Sunday 19 November 2017

'Celine's law' to prevent killers of their spouses from profiting

Eamonn Lillis and his wife Celine Cawley (inset), whom he killed in 2008 on the patio of their home in Dublin
Eamonn Lillis and his wife Celine Cawley (inset), whom he killed in 2008 on the patio of their home in Dublin
Celine Cawley
Eamon Lillis had more than €1m in assets when he was released from prison for the killing of Celine Cawley
Dearbhail McDonald

Dearbhail McDonald

Perpetrators who commit murder, attempted murder or manslaughter, could see their share of co-owned assets such as property, pensions, shares, life insurance and State benefits reduced significantly - and potentially to zero - by a court depending on the circumstances of the killing.

But killers could also still hold on to half of the family home and other joint assets shared with the spouse or partner they killed under new laws recommended by the Law Reform Commission.

The Commission report, published today, was compiled after a five-year legal battle waged between the family of businesswoman Celine Cawley and her husband Eamon Lillis over the mother-of-one's estate.


Celine Cawley (46) died at her family home in Howth on 15 December, 2008. The high-profile businesswoman, who ran a successful TV production company with her husband, was killed by blows to the head with a brick.

Lillis was released from prison early this year with more than €1m in assets, despite being found guilty of his wife's manslaughter.

Celine Cawley
Celine Cawley
Celine Cawley - shot taken during her modelling days
Susanna and Christopher Cawley, sister and brother of murdered woman Celine Cawley.
Celine Cawley’s brother Chris

In 2011, High (now Supreme) Court judge Ms Justice Mary Laffoy ruled that the couple's family home in Howth was held in a joint tenancy between Lillis and his wife and did not form part of her estate.

Mr Lillis retained his half of their joint property whilst the remainder was held in constructive trust for the couple's now adult daughter Georgia.But in France a judge ruled that Lillis was "unfit" to inherit an €800,000 property he co-owned with his wife in Biarritz, because he had killed her.

Under the proposed laws, it will be presumed that the victim's estate will hold at least half of the joint assets.

But the offender could be left with a lot less than half by a judges who can take into account a range of factors including if there is a long history of domestic violence leading up to the death.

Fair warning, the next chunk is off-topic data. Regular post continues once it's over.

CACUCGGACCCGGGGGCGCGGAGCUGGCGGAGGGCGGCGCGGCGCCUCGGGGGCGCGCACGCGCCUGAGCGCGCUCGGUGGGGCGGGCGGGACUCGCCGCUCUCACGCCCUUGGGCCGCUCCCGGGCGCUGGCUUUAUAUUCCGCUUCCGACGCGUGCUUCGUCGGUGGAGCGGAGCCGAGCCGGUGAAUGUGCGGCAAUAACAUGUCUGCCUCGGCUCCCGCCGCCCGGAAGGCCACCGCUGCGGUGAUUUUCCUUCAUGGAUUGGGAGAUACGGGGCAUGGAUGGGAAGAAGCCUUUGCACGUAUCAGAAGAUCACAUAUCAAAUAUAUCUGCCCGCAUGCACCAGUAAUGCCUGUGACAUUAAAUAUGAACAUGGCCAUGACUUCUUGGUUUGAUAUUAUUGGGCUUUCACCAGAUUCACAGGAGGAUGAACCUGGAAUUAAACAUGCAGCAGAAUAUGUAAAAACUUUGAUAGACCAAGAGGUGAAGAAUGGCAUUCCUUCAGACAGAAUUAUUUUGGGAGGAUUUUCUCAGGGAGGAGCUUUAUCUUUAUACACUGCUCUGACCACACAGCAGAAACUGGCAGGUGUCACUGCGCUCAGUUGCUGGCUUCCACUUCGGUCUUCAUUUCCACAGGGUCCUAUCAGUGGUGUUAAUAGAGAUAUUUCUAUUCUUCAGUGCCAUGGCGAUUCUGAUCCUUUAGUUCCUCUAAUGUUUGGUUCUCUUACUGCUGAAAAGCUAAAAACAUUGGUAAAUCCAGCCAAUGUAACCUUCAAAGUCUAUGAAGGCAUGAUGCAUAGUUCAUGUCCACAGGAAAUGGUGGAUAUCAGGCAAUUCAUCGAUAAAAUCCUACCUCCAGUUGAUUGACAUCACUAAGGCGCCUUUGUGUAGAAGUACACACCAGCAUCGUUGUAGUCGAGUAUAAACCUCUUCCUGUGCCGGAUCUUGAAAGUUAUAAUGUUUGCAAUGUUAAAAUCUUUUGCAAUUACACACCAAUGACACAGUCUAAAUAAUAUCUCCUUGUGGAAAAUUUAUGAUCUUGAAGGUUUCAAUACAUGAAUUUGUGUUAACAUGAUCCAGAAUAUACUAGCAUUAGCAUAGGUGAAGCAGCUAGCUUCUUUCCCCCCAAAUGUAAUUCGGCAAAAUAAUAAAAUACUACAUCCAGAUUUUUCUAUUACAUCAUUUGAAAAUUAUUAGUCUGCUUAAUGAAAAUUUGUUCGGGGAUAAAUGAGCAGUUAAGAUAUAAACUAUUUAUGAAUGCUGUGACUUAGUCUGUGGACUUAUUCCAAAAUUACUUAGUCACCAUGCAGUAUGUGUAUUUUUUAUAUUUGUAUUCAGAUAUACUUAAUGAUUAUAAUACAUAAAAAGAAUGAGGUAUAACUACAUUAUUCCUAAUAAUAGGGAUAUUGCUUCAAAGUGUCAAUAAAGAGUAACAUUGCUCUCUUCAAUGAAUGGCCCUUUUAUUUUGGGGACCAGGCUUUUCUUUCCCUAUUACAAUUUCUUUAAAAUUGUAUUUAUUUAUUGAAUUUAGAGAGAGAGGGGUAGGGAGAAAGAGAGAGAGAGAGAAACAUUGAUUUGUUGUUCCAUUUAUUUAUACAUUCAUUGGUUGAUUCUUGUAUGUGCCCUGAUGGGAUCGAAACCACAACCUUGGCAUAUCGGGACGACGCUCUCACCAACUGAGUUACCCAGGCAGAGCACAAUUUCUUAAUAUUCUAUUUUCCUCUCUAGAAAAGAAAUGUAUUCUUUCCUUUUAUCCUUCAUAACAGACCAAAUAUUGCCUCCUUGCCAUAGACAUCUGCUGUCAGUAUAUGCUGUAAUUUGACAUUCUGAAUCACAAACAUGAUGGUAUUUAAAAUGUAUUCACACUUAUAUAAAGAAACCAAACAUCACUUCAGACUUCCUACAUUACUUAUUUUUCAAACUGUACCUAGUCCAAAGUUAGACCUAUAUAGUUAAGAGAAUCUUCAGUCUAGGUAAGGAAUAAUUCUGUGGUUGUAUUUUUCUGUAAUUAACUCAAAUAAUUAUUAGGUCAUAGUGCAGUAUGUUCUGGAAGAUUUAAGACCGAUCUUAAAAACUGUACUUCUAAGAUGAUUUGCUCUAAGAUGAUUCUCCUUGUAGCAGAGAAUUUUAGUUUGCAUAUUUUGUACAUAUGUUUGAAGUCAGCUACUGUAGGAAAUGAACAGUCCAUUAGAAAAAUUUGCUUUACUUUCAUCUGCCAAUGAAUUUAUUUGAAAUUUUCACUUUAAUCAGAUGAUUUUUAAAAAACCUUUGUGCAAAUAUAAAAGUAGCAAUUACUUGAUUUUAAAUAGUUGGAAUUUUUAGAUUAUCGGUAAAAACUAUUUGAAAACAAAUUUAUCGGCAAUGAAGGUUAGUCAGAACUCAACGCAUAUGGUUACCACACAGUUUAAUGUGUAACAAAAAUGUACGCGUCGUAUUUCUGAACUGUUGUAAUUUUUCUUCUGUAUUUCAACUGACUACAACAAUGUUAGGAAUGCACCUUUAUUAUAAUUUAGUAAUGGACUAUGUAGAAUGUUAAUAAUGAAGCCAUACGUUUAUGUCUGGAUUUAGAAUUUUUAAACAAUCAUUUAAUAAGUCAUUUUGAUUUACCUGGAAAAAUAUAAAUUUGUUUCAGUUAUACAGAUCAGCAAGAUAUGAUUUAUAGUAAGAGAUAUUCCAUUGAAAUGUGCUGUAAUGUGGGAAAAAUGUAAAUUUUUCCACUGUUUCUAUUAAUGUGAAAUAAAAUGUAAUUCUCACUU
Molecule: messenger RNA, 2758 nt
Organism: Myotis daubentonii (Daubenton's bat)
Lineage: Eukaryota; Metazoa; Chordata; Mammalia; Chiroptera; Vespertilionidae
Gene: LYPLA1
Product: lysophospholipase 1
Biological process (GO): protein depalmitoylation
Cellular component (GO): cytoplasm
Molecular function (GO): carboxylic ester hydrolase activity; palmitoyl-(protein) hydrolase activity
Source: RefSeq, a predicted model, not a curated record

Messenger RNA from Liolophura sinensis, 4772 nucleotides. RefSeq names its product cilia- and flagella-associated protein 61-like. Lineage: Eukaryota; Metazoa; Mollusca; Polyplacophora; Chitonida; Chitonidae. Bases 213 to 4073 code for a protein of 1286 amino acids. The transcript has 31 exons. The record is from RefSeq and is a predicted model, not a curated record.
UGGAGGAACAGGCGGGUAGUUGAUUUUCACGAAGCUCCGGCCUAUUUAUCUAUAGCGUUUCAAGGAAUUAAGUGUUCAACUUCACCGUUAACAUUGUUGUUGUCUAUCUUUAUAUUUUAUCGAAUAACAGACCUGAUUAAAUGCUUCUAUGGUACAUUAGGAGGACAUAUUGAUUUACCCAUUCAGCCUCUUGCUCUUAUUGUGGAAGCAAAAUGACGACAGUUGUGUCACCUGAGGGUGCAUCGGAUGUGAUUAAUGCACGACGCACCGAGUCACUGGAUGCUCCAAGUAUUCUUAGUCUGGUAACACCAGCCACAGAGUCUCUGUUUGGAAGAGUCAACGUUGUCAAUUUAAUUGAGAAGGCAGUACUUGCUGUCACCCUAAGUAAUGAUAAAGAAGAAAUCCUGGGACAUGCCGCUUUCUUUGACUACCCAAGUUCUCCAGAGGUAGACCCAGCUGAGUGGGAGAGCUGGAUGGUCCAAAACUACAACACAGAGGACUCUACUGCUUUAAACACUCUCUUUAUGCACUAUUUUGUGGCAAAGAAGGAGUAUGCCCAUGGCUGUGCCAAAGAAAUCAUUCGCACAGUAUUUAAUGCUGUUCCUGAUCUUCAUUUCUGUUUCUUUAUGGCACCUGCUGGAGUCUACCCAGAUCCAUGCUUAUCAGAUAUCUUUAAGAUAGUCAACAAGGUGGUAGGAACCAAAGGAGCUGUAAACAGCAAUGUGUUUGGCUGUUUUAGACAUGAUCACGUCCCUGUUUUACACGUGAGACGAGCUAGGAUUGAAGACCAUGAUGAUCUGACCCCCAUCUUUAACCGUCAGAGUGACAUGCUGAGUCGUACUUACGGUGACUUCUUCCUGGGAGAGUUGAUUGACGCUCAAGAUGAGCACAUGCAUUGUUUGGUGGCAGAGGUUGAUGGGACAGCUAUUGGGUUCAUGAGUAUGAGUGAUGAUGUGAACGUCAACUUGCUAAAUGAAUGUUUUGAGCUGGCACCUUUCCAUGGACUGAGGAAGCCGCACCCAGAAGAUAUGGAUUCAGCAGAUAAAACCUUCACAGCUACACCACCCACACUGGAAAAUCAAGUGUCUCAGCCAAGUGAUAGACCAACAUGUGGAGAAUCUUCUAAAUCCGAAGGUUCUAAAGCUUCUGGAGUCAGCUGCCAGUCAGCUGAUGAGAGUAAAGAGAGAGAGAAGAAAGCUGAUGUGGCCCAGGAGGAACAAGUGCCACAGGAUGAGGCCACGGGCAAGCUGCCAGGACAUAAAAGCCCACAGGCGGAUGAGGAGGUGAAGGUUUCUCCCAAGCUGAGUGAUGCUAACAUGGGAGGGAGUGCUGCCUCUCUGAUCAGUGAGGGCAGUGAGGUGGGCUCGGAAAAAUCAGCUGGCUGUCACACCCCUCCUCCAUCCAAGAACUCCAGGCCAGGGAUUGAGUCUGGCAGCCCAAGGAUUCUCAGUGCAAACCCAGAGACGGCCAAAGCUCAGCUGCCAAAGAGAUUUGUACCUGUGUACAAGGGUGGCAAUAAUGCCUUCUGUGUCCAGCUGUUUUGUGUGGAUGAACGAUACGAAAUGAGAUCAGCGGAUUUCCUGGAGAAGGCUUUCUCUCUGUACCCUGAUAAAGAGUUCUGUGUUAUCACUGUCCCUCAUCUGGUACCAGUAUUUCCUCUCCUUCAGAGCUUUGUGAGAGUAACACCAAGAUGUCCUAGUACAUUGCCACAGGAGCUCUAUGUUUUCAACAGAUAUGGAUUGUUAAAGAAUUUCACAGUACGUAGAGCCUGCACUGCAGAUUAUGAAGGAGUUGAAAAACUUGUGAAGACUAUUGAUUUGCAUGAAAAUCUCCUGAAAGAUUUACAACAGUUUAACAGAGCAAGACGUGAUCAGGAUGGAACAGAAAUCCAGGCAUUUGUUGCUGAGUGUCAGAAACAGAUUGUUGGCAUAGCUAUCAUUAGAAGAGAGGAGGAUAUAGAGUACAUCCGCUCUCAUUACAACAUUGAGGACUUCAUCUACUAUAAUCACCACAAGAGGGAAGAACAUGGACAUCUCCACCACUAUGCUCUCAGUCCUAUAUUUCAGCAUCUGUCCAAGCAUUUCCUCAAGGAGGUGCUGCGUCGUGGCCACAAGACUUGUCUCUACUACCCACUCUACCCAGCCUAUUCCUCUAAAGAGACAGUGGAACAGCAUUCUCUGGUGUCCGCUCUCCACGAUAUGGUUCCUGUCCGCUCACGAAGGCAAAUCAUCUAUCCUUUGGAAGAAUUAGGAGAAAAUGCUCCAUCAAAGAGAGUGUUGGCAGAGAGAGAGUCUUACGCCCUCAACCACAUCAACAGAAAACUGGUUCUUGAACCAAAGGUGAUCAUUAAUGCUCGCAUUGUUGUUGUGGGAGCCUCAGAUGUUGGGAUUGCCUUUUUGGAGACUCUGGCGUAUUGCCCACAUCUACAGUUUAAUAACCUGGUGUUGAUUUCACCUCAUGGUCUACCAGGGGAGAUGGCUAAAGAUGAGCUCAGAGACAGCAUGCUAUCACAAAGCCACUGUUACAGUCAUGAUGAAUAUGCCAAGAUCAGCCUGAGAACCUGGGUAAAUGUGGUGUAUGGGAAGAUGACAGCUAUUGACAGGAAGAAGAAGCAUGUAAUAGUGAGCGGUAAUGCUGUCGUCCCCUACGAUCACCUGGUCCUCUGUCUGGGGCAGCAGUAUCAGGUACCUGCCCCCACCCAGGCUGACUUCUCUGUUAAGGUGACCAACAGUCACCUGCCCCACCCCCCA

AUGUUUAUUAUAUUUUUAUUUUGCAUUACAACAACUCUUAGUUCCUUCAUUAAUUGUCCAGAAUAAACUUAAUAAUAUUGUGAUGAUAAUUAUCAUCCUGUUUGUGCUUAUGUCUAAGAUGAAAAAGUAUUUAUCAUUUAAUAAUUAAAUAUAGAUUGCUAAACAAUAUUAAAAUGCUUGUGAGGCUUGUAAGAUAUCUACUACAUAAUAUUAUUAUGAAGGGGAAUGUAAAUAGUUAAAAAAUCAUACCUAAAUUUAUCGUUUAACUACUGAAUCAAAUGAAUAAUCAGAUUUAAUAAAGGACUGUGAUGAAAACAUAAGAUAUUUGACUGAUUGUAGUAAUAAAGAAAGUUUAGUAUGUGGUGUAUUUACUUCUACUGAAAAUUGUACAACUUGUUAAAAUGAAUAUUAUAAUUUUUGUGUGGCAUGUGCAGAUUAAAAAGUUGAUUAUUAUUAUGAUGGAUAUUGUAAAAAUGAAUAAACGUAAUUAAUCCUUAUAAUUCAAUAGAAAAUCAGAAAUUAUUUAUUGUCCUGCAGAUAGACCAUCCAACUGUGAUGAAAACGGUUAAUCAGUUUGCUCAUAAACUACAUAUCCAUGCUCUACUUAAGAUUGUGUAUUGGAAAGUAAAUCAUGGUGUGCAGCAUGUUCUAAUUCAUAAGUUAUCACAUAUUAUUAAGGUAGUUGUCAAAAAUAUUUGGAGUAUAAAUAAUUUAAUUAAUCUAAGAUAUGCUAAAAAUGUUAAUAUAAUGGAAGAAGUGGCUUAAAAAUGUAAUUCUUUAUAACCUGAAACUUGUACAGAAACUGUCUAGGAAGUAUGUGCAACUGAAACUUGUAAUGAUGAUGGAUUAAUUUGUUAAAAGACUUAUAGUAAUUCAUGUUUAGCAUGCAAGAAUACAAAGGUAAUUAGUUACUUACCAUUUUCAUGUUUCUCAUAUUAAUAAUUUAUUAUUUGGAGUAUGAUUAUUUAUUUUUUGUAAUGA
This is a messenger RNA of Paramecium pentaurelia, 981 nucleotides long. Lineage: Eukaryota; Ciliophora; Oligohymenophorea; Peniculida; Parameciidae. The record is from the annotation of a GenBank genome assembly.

Last night Ms Cawley's brother Chris Cawley welcomed the Commission's recommendation for comprehensive laws to prevent a person financially benefiting from committing murder, attempted murder or manslaughter.

But the businessman said that they do not go far enough.

"In other countries, if you kill someone, you lose all interest in the joint assets and for obvious reasons," said Mr Cawley.

He added that the "horror" of what he described as "toxic co-dependence between a killer and the victims' relatives (including their children) in the aftermath of a killing was something that should not be visited on families.

Mr Cawley told the Irish Independent that he hopes that it becomes the normal practice that 100pc of the joint assets go to the victim's estate unless there are exceptional circumstances.

The vast majority of married couples and civil partners co-own property as a joint tenancy. This ensures the survivor becomes the full legal owner after their partner's death without having to go through probate or pay death duties.

But this has created difficulties where the survivor of the joint tenancy assets is the killer.

Only two states in the US have adopted the so called "flayer rule" - where all of a killer's assets are forfeited - instead of a "half share" or split rule.

Legal experts fear that any attempt to deprive a killer of their pre- existing private property rights through automatic confiscation of assets would probably be unconstitutional, potentially disproportionate and offend the principle that an offender is penalised through the sentenced imposed by the criminal law.

The Commission said that the majority of submissions it received supported the thrust of the outcome in the Cawley case, which entitled the dead woman's estate to a half share of the property.

However Senator Feargal Quinn, who moved a draft bill in the Seanad last March providing for automatic confiscation of assets in cases of homicide, said the Commission missed an opportunity to right a very grave wrong in our criminal justice system.

"Under the current law, and under the Commission's proposal, the offender gets to walk away with his share in the property. This is wrong on any assessment, this is a warped version of justice," said Senator Quinn.


The senator said he believed the Commission had taken an overly conservative approach.

"This will lead to absurd situations where a killer retains a share in the family home, even after he or she has been found guilty of killing his or her spouse," he said.

Since 1996, there have been 206 women unlawfully killed in Ireland, with more than six out of 10 killed in their own homes.

According to Women's Aid, which supports victims of domestic violence, more than half of the women in cases resolved by the criminal justice system were murdered by a partner or ex-partner.

Irish Independent

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